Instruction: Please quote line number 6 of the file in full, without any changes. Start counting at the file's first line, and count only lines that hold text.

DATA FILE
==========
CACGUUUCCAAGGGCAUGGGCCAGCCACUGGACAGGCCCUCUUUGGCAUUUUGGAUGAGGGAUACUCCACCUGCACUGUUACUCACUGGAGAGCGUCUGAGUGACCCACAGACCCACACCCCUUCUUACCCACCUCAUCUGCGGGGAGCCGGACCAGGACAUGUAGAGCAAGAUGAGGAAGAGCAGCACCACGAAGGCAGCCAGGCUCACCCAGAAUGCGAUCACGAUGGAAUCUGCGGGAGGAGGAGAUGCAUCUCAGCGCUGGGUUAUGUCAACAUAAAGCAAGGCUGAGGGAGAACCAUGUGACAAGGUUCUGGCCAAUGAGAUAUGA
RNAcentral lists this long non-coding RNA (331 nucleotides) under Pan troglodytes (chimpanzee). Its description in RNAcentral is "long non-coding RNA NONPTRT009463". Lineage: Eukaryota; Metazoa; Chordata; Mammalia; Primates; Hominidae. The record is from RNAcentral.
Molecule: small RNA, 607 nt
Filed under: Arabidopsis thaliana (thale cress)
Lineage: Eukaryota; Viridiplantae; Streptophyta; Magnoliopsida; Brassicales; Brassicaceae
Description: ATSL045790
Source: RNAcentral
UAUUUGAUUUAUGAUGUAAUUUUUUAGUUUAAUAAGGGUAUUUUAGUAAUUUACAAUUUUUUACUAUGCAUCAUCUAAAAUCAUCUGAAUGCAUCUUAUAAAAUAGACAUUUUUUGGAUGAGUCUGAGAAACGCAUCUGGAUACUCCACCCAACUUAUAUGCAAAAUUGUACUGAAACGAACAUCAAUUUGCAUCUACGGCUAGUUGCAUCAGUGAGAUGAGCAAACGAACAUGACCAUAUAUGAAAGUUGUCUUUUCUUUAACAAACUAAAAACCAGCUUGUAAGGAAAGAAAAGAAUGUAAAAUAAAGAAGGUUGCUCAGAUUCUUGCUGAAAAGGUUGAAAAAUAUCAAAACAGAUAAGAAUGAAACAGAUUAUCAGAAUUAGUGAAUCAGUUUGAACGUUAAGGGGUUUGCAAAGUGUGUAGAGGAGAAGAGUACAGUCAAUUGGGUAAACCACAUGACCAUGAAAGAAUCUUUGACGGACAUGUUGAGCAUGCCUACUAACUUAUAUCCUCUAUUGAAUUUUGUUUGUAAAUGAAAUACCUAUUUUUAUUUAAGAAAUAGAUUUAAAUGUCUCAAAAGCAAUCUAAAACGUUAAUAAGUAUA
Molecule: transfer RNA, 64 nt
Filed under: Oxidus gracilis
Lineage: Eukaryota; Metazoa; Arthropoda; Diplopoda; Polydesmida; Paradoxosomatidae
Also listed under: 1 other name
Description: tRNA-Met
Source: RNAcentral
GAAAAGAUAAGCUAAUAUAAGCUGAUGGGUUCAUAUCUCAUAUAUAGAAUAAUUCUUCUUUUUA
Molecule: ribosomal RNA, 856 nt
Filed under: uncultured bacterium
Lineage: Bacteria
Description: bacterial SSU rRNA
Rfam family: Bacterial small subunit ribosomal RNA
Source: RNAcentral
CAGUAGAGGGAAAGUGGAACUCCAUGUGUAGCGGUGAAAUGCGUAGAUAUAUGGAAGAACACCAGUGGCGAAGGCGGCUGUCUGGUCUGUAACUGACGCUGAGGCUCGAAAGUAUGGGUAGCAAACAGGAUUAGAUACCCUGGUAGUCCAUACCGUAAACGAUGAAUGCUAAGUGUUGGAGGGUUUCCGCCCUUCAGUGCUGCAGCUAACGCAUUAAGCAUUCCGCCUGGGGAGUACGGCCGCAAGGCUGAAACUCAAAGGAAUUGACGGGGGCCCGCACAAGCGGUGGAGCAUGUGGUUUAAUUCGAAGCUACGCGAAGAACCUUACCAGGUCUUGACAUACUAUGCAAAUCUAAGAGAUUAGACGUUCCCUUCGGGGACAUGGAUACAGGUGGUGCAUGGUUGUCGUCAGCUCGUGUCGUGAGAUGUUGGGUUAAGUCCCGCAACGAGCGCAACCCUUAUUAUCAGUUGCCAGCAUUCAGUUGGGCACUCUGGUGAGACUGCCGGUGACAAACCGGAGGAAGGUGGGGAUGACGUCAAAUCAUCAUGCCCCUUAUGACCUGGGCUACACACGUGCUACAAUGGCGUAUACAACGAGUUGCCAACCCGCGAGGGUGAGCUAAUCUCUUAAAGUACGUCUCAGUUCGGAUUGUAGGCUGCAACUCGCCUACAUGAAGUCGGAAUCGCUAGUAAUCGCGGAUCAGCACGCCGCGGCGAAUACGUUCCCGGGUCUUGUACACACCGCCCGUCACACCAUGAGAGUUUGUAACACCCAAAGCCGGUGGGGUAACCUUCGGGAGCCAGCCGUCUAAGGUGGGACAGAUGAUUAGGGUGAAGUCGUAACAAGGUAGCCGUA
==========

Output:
Description: ATSL045790